Flute Concertos

Author: 
Stanley Sadie

Flute Concertos

  • Sinfonia Concertante
  • Concerto for Flute and Orchestra
  • Orfeo ed Euridice, Ballet in D minor (Dance of the Blessed Spirits): (flute solo)
  • Concerto for Flute and Orchestra

Doubts about the pedigree of much of the music on this disc need not interfere with the pleasure of listening to it. The one certainly authentic work among the concertos is Cimarosa's, a very enjoyable piece; the composer's operatic vein comes out strongly in the appealing and shapely lines of the central Largo, which is preceded by a lightly symphonic Allegro and followed by a delightful 6/8 Rondo. The charm of the work is happily caught in this performance, with its neat and graceful dialogues between the flutes and its elegant virtuosity. The concerto ascribed to Gluck bears none of his obvious fingerprints, but it sounds plausibly like a south European work of the 1740s or thereabouts with its slightly plodding early galant manner and its tendency to rely on sequences; but there is a pleasant minuet-rhythm finale which is quite spirited. Peter-Lukas Graf plays it all very tastefully, though I must say I wouldn't have minded a lapse or two of taste for a spark more of imagination in the quick movements or expressiveness in the Adagio. In the Dance of the Blessed Spirits from Orphee (not Orfeo, as the booklet says: the famous flute solo was an afterthought, for the Paris version), Graf plays more expressively but the effect is too heavily sustained: listen to it once on period instruments and you will see the quite different kind of sound and effect Gluck was aiming at.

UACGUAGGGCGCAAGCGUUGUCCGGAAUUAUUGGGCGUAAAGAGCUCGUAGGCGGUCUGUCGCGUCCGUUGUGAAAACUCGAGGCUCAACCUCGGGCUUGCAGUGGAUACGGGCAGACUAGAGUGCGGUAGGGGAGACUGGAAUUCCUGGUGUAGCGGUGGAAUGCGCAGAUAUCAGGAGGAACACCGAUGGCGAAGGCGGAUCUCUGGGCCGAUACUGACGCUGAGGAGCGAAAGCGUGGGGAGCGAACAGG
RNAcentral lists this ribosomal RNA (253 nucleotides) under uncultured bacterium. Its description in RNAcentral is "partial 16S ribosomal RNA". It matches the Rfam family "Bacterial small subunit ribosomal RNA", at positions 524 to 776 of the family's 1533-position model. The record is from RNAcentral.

Finally the 'Boccherini': this concerto has long been known to be unauthentic and in fact by F. X. Pokorny—imagine him misspelt Pokoriny and you will see why they were sometimes confused (the anonymous booklet annotator should have picked this up: it is all in the standard Boccherini catalogue by Yves Gerard). In any case, the concerto sounds nothing like Boccherini; but it is an agreeable early classical middle-European piece, cheerful and robust in manner, and with a catchy tune in the finale that can almost bear the amount of repetition Pokorny indulges in. Graf again plays very cleanly, with a well-focused tone and all due agility. Good, tidy orchestral playing, and a clear recording.'

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